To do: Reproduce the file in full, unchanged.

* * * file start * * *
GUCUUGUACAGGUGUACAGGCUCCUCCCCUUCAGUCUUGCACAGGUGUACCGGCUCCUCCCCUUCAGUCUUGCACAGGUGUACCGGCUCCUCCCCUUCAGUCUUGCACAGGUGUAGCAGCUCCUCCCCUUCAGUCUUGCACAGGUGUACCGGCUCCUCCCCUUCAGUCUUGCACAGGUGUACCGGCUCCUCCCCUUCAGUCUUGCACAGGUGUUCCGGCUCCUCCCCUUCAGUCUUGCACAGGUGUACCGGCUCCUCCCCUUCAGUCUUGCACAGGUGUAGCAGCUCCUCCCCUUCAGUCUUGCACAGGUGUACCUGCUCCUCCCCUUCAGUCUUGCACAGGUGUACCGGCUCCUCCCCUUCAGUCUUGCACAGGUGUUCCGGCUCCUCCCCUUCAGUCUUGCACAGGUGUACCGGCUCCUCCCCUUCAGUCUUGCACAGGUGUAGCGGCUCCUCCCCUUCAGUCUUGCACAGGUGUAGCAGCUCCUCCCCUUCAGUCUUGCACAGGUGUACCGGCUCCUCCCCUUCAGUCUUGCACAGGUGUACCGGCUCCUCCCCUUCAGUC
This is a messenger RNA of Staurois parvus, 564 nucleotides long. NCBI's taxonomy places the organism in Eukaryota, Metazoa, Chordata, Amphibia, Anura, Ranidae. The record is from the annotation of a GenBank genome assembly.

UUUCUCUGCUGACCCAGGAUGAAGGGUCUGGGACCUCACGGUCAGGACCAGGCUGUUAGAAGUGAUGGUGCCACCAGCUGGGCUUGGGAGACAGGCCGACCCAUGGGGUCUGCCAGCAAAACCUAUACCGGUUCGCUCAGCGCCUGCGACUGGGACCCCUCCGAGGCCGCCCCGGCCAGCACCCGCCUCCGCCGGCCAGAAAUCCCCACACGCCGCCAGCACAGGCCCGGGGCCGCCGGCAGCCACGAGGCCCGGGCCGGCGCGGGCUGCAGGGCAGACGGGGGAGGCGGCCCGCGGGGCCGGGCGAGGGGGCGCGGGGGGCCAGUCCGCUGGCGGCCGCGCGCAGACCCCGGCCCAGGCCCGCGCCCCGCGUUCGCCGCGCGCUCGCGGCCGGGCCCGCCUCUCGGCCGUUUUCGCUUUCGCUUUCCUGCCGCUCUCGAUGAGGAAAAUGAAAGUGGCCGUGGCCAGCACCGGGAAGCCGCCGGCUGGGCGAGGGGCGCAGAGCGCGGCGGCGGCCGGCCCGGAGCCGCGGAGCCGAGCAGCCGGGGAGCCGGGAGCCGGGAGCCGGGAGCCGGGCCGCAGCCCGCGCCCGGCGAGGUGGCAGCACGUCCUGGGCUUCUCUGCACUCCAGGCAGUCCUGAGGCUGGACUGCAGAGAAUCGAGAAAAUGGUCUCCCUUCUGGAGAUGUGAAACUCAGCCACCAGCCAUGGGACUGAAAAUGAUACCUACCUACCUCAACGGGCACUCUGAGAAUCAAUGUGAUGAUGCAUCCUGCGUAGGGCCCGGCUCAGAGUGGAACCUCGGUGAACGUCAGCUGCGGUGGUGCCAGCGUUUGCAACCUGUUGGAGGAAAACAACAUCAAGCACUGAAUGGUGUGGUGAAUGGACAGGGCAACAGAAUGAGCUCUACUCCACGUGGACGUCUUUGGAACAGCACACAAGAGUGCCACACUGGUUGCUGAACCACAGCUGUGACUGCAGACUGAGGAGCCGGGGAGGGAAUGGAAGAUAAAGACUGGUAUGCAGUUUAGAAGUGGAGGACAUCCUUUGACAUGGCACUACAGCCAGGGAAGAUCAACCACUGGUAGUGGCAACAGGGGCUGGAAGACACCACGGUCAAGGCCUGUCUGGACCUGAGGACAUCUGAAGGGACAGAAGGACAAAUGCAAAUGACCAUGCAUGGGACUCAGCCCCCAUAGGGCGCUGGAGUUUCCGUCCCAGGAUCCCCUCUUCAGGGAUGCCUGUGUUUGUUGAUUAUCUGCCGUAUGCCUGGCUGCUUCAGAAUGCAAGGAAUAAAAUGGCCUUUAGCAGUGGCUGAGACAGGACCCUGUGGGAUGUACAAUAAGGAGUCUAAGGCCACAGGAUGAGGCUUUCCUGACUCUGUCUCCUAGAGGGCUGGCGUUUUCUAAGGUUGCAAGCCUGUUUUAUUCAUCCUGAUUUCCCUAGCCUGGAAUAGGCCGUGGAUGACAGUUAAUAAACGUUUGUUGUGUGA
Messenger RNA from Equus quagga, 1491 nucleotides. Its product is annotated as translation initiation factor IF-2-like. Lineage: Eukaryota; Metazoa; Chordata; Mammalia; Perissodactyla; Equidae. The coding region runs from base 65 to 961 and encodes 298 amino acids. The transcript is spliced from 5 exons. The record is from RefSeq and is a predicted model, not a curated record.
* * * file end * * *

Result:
GUCUUGUACAGGUGUACAGGCUCCUCCCCUUCAGUCUUGCACAGGUGUACCGGCUCCUCCCCUUCAGUCUUGCACAGGUGUACCGGCUCCUCCCCUUCAGUCUUGCACAGGUGUAGCAGCUCCUCCCCUUCAGUCUUGCACAGGUGUACCGGCUCCUCCCCUUCAGUCUUGCACAGGUGUACCGGCUCCUCCCCUUCAGUCUUGCACAGGUGUUCCGGCUCCUCCCCUUCAGUCUUGCACAGGUGUACCGGCUCCUCCCCUUCAGUCUUGCACAGGUGUAGCAGCUCCUCCCCUUCAGUCUUGCACAGGUGUACCUGCUCCUCCCCUUCAGUCUUGCACAGGUGUACCGGCUCCUCCCCUUCAGUCUUGCACAGGUGUUCCGGCUCCUCCCCUUCAGUCUUGCACAGGUGUACCGGCUCCUCCCCUUCAGUCUUGCACAGGUGUAGCGGCUCCUCCCCUUCAGUCUUGCACAGGUGUAGCAGCUCCUCCCCUUCAGUCUUGCACAGGUGUACCGGCUCCUCCCCUUCAGUCUUGCACAGGUGUACCGGCUCCUCCCCUUCAGUC
This is a messenger RNA of Staurois parvus, 564 nucleotides long. NCBI's taxonomy places the organism in Eukaryota, Metazoa, Chordata, Amphibia, Anura, Ranidae. The record is from the annotation of a GenBank genome assembly.

UUUCUCUGCUGACCCAGGAUGAAGGGUCUGGGACCUCACGGUCAGGACCAGGCUGUUAGAAGUGAUGGUGCCACCAGCUGGGCUUGGGAGACAGGCCGACCCAUGGGGUCUGCCAGCAAAACCUAUACCGGUUCGCUCAGCGCCUGCGACUGGGACCCCUCCGAGGCCGCCCCGGCCAGCACCCGCCUCCGCCGGCCAGAAAUCCCCACACGCCGCCAGCACAGGCCCGGGGCCGCCGGCAGCCACGAGGCCCGGGCCGGCGCGGGCUGCAGGGCAGACGGGGGAGGCGGCCCGCGGGGCCGGGCGAGGGGGCGCGGGGGGCCAGUCCGCUGGCGGCCGCGCGCAGACCCCGGCCCAGGCCCGCGCCCCGCGUUCGCCGCGCGCUCGCGGCCGGGCCCGCCUCUCGGCCGUUUUCGCUUUCGCUUUCCUGCCGCUCUCGAUGAGGAAAAUGAAAGUGGCCGUGGCCAGCACCGGGAAGCCGCCGGCUGGGCGAGGGGCGCAGAGCGCGGCGGCGGCCGGCCCGGAGCCGCGGAGCCGAGCAGCCGGGGAGCCGGGAGCCGGGAGCCGGGAGCCGGGCCGCAGCCCGCGCCCGGCGAGGUGGCAGCACGUCCUGGGCUUCUCUGCACUCCAGGCAGUCCUGAGGCUGGACUGCAGAGAAUCGAGAAAAUGGUCUCCCUUCUGGAGAUGUGAAACUCAGCCACCAGCCAUGGGACUGAAAAUGAUACCUACCUACCUCAACGGGCACUCUGAGAAUCAAUGUGAUGAUGCAUCCUGCGUAGGGCCCGGCUCAGAGUGGAACCUCGGUGAACGUCAGCUGCGGUGGUGCCAGCGUUUGCAACCUGUUGGAGGAAAACAACAUCAAGCACUGAAUGGUGUGGUGAAUGGACAGGGCAACAGAAUGAGCUCUACUCCACGUGGACGUCUUUGGAACAGCACACAAGAGUGCCACACUGGUUGCUGAACCACAGCUGUGACUGCAGACUGAGGAGCCGGGGAGGGAAUGGAAGAUAAAGACUGGUAUGCAGUUUAGAAGUGGAGGACAUCCUUUGACAUGGCACUACAGCCAGGGAAGAUCAACCACUGGUAGUGGCAACAGGGGCUGGAAGACACCACGGUCAAGGCCUGUCUGGACCUGAGGACAUCUGAAGGGACAGAAGGACAAAUGCAAAUGACCAUGCAUGGGACUCAGCCCCCAUAGGGCGCUGGAGUUUCCGUCCCAGGAUCCCCUCUUCAGGGAUGCCUGUGUUUGUUGAUUAUCUGCCGUAUGCCUGGCUGCUUCAGAAUGCAAGGAAUAAAAUGGCCUUUAGCAGUGGCUGAGACAGGACCCUGUGGGAUGUACAAUAAGGAGUCUAAGGCCACAGGAUGAGGCUUUCCUGACUCUGUCUCCUAGAGGGCUGGCGUUUUCUAAGGUUGCAAGCCUGUUUUAUUCAUCCUGAUUUCCCUAGCCUGGAAUAGGCCGUGGAUGACAGUUAAUAAACGUUUGUUGUGUGA
Messenger RNA from Equus quagga, 1491 nucleotides. Its product is annotated as translation initiation factor IF-2-like. Lineage: Eukaryota; Metazoa; Chordata; Mammalia; Perissodactyla; Equidae. The coding region runs from base 65 to 961 and encodes 298 amino acids. The transcript is spliced from 5 exons. The record is from RefSeq and is a predicted model, not a curated record.